Hello everyone! I’d like to say that I’ve been tucked away doing crafts by the fireplace and have had no time for blogging, but I must admit that traveling, visiting family, and eating way too many Christmas cookies has occupied most of my time lately! Sometimes it is nice to just relax and not worry, but with the coming of the new year I am back and at it and hope to have posts bi-weekly at the least.
Today I’d like to introduce one of my other interests— basketry! Creating baskets with found natural materials especially is a creative and fulfilling way to work with your hands, get to know your environment, and create one of a kind pieces of functional (or non-functional artwork. There are many ways to approach basketry as a begginer— twining, plating, doing free-form work are just a few examples. However, in my opinion the most versatile, approachable, and fun is coiled basketry.
Basket making has brought people together for centuries and its process represents the very essence of community. It is an ancient form of expression and links us to our pasts and our natural environments.
On January 18th from 9am to 5pm at High Meadow School in Stone Ridge I will be co-teaching an introductory workshop to coiled basketry with Sheena-Marie Heinitz! If anyone is interested in knowing more visit Wild Earth’s website here to learn more about being a part of this event. Spaces are limited so sign up as soon! We will be providing all the supplies so if you are excited about crafting, working with your hands, using common materials such as cattails and grasses to create art, or even just gathering with a group of warm and kind people on a winter day and learning a new skill please consider joining us!
Here is an example of the type of natural basket we will be making with local materials such as cattail leaves, rushes, and grasses all gathered sustainably from the area.
One of the lovely things about coiled basketry (and most types of basketry for that matter!) is how little you need for materials. A more bulky material for the substance of the basket, a thinner thread, such as hemp, to weave it together, a needle, and a gauge for keeping your material neat is all you need to create a basket like this. It is also very versatile material wise. While we will be focusing on cattails, anything can be used; one of my personal favorite is pine needles. Also on the list are leftover pieces of handspun yarn, corn husks, wire, fabric, and iris leaves— there is so much room for creativity. Plus, did I mention for all you dyers out there that natural basketry materials such as cattails and pine needles are beautiful candidates for natural dyes? Treat them delicately during the process though. Using too high of a heat while applying the dye can cause them to deteriorate a bit. If you are careful then they will be fine though. Take into account the fact that many of these materials (pine needles especially) already have a color so you will be basically over-dyeing them with whatever color you choose and they will turn out darker and more subtle than white materials such as wool.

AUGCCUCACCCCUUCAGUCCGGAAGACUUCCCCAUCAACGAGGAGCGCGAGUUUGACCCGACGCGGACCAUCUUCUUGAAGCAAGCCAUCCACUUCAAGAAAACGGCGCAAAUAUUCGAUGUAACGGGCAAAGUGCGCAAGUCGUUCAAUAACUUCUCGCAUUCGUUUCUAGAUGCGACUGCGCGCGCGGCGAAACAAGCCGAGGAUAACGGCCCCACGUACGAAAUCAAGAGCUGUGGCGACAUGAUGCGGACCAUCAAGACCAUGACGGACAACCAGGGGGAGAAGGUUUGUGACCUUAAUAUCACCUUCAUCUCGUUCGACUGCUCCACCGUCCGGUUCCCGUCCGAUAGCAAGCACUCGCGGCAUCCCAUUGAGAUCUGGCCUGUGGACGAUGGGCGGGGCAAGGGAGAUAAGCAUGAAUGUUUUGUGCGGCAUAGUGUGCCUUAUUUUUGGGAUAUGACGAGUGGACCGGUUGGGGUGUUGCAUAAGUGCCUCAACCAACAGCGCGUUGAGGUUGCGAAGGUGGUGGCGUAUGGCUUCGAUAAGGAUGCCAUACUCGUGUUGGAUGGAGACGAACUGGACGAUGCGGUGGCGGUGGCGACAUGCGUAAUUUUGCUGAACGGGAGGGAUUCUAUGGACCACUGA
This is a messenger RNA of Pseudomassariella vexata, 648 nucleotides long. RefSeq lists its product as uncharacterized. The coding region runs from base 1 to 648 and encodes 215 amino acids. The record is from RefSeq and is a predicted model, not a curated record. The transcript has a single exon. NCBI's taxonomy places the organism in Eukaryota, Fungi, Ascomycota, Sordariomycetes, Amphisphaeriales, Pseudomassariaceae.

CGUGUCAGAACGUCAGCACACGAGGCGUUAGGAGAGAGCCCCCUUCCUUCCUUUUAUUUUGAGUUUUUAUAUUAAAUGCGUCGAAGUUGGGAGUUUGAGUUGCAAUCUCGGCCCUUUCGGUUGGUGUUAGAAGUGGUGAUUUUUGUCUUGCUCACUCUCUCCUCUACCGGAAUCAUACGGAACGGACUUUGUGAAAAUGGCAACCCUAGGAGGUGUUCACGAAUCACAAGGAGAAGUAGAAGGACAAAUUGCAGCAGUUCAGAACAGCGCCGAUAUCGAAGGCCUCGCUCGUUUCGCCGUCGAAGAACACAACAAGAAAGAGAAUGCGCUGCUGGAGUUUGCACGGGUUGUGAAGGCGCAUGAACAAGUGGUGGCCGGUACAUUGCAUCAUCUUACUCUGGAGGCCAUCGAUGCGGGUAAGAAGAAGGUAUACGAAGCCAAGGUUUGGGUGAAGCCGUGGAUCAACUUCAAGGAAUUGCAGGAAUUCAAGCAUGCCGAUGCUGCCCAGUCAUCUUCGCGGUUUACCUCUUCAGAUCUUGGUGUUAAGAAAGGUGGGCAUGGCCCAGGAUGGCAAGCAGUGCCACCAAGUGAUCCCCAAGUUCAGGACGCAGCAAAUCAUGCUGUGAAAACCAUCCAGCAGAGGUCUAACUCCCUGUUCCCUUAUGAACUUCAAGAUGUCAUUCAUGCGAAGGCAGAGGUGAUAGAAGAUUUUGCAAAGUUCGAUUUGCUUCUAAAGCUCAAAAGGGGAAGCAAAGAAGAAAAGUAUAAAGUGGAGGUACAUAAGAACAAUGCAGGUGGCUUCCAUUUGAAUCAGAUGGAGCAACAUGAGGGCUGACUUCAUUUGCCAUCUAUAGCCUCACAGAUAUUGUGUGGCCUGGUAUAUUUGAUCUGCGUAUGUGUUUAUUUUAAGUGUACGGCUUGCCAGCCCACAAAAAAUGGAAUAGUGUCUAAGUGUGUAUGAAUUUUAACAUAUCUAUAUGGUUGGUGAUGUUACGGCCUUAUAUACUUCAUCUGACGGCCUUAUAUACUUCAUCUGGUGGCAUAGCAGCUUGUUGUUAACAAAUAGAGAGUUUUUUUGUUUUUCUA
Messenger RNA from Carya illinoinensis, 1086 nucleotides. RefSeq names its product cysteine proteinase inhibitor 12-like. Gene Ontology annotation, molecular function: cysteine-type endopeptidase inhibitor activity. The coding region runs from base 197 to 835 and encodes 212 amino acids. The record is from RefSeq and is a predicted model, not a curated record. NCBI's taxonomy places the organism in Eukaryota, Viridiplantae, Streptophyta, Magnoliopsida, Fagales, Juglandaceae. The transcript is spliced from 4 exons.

Do you have any experience with coiled basketry? Any interesting materials that you love to use? I’d love to see your pictures! If you have never tried coiled basketry before visit Wild Earth’s website here or message me with any questions.